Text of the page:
They're like the Alien - they won't leave the ship!
They've huge advertising budgets and dominate distribution. And they think they can just say they're craft beer and be that. So now, in yet another predatory move, Corporate Beer is looking to co-opt craft beer's ownership of seasonal brands.
Corporate Beer's strategy was examined in a recent article written by Emily Bryson York for the Chicago Tribune. "As total beer sales continue to slip, seasonal beers are getting serious attention from some of the nation's largest brewers," Ms. York writes, and she suggests that the big brewers are again looking towards craft beer for the answer:
Seasonal beer sales, measured as a segment of craft beer sales, have posted dollar sales increases of 15 to 26 percent for each of the last three years, according to SymphonyIRI, a Chicago-based market research firm. Seasonal beer rang up $245 million in grocery, liquor and convenience store sales for the year ended March 18, up 18 percent from the year-earlier period.
Craft beer seasonals come across as vital and new and appeal to the craft beer buyer's quest for freshness. And since seasonals are all limited runs, they're on shelves for a shorter period of time, which affects consumer behavior . . . The craft beer drinker thinks "I should get in on this before it disappears."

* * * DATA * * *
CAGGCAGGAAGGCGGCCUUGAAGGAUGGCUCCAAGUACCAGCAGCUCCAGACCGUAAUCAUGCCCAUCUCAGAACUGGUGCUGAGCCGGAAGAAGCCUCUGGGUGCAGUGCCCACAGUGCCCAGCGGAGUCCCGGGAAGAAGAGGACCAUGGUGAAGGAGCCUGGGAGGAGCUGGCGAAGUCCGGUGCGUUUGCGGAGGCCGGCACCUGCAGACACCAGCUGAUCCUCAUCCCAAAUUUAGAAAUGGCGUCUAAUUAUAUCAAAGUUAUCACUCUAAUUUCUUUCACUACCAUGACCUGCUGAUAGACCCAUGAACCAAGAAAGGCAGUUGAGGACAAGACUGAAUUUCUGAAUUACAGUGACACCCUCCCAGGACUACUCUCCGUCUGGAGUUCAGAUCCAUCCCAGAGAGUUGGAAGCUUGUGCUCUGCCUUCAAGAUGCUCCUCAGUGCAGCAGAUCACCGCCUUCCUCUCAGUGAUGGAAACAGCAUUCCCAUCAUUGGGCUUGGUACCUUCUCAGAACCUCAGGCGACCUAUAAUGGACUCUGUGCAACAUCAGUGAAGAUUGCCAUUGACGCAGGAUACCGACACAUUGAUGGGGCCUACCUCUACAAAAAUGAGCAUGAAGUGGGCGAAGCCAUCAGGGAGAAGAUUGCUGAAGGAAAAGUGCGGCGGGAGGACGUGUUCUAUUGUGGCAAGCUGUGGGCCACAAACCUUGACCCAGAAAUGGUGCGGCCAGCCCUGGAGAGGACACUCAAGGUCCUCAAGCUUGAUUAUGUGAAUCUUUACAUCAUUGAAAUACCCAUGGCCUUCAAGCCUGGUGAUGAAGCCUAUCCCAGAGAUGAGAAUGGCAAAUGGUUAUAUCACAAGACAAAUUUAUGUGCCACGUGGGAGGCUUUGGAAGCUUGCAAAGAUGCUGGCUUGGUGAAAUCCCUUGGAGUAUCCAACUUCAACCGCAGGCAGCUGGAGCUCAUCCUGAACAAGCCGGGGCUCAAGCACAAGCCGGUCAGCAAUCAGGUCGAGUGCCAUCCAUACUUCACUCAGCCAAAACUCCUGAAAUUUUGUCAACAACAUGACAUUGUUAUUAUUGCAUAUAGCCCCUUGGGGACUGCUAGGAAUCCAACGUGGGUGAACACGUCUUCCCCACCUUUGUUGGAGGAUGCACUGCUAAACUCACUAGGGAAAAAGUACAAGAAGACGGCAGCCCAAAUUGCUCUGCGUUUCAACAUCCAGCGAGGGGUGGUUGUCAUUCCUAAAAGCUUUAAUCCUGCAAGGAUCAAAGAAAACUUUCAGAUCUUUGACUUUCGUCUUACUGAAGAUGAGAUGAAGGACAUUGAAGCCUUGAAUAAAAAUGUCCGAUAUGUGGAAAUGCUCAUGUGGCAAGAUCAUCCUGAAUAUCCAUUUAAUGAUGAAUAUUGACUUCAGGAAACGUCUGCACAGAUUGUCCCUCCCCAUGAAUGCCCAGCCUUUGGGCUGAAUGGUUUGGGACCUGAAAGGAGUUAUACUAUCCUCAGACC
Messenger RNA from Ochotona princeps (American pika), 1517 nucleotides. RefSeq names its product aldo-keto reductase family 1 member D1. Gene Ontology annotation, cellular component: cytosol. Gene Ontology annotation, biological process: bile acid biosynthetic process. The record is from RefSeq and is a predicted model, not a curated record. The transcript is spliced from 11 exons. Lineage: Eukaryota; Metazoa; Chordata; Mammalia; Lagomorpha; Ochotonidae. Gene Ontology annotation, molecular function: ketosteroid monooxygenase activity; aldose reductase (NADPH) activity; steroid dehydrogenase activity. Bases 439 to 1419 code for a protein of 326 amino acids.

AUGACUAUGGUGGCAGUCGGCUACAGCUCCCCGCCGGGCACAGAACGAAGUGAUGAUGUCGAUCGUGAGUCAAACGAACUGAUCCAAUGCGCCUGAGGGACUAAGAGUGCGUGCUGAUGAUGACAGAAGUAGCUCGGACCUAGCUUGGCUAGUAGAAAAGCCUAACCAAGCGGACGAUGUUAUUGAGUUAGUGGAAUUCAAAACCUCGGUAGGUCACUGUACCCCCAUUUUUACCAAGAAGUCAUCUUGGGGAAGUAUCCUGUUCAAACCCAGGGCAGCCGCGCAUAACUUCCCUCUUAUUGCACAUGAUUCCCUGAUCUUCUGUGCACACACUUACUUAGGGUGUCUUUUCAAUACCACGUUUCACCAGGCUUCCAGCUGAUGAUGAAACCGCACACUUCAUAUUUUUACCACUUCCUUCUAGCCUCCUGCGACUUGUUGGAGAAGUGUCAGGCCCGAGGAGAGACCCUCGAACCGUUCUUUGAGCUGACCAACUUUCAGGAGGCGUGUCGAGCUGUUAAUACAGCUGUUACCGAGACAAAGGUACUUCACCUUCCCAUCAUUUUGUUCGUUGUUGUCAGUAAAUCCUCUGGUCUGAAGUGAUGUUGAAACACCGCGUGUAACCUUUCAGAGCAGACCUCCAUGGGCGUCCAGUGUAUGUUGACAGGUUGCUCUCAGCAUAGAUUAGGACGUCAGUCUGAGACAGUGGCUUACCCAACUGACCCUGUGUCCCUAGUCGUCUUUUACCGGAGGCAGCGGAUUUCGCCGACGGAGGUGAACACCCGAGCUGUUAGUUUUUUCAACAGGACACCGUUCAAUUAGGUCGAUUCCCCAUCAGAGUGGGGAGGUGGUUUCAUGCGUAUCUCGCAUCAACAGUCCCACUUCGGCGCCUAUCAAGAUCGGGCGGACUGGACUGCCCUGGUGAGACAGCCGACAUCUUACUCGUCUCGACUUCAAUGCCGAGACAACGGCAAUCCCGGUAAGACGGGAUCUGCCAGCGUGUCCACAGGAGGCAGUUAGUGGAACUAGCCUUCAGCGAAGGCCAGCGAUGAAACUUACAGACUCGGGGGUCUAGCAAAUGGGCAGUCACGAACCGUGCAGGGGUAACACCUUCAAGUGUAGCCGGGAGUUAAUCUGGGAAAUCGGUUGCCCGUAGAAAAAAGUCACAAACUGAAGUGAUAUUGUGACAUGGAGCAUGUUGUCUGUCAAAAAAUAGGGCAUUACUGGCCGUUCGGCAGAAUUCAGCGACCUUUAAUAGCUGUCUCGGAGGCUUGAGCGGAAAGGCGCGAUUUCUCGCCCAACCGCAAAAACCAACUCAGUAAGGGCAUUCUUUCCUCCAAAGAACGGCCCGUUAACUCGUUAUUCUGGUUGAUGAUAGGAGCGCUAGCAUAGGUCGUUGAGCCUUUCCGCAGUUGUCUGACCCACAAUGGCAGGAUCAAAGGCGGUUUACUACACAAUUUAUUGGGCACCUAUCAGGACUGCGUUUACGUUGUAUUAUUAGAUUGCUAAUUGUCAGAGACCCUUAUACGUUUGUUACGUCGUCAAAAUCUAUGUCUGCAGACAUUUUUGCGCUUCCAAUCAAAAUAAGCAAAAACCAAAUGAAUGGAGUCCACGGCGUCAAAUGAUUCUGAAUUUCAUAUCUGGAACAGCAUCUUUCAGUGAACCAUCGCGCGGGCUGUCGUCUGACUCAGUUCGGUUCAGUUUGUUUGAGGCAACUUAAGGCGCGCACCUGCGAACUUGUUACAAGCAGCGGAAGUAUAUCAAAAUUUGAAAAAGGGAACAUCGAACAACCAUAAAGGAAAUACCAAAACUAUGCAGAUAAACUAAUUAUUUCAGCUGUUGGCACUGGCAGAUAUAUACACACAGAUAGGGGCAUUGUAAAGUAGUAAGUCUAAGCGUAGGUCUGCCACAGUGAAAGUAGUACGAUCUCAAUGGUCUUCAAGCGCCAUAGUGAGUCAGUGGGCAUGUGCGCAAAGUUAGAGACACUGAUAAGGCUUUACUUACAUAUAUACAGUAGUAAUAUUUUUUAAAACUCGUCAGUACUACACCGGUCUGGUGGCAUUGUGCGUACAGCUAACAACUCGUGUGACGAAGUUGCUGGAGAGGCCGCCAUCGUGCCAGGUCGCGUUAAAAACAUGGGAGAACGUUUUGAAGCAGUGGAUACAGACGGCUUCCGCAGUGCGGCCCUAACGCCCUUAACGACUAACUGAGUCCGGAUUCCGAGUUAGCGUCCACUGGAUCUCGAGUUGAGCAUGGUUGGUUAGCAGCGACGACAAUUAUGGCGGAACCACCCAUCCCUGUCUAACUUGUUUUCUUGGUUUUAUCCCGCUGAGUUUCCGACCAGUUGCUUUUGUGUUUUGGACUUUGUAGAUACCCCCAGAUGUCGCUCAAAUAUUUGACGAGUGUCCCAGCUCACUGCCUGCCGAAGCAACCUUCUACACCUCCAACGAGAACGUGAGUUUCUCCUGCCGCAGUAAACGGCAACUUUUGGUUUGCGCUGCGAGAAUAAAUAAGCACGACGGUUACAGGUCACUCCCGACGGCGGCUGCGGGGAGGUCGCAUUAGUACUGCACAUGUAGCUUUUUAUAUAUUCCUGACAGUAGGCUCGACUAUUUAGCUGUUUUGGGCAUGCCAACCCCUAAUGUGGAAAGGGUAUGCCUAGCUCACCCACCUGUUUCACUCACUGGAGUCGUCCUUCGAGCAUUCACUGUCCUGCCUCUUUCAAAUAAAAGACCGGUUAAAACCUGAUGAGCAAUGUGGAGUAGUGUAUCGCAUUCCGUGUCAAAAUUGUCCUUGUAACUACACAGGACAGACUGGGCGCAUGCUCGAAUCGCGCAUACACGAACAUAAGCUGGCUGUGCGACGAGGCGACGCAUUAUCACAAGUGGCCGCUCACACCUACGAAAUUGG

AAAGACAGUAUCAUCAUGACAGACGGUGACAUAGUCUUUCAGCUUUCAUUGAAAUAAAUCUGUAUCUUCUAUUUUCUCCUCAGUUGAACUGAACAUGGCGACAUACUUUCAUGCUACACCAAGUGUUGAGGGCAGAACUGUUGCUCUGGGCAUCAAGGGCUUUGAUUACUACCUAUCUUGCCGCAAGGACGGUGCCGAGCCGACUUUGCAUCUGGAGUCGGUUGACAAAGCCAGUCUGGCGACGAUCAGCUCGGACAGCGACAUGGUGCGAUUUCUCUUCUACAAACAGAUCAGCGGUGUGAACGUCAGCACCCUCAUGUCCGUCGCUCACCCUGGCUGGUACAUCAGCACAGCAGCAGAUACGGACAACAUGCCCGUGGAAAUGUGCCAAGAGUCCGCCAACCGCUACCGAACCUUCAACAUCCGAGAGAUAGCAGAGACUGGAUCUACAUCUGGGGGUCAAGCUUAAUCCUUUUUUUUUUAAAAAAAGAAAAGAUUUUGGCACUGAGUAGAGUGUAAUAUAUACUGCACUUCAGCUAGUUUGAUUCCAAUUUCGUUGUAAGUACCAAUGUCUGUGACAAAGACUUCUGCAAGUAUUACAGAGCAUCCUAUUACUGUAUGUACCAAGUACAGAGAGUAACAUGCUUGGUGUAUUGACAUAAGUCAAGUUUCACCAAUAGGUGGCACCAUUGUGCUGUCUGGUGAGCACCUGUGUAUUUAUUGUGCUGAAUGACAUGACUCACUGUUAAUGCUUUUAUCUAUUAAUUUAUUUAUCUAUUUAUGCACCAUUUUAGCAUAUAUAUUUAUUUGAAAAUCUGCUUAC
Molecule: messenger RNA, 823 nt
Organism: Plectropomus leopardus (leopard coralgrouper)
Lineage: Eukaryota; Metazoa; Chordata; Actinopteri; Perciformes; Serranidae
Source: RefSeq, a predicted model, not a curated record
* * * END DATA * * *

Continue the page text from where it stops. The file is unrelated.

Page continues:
Craft beer seasonals are as different from one another as craft brewers are from each other. Seasonals are unique to each brewer and speak to the brand. A spring release from Dogfish Head says as much about the Mid-Atlantic as a seasonal from Seattle's Two Beers says about the Pacific Northwest.
Seasonal releases continue to grow in volume and sales in the craft beer industry, and Big Beer desperately wants in on the action. Ms. York explains Corporate Beer's growing interest:
Blue Moon sells four seasonal variety packs every year, which historically have consisted of four beers, one of them a limited-time seasonal offering. For 2012, the brewer is including two seasonal offerings in each pack.
AmericanCraftBeer.com understands that when Corporate Beer sees success, they will always want in and can overpower the public with mega-spending and subterfuge. But the public is no longer so easily fooled, and Corporate Beer just doesn't get it . . .
IT'S NOT WHAT CRAFT BEER IS DOING; IT'S THE QUALITY OF WHAT THEY'RE BREWING!
Try making decent beer.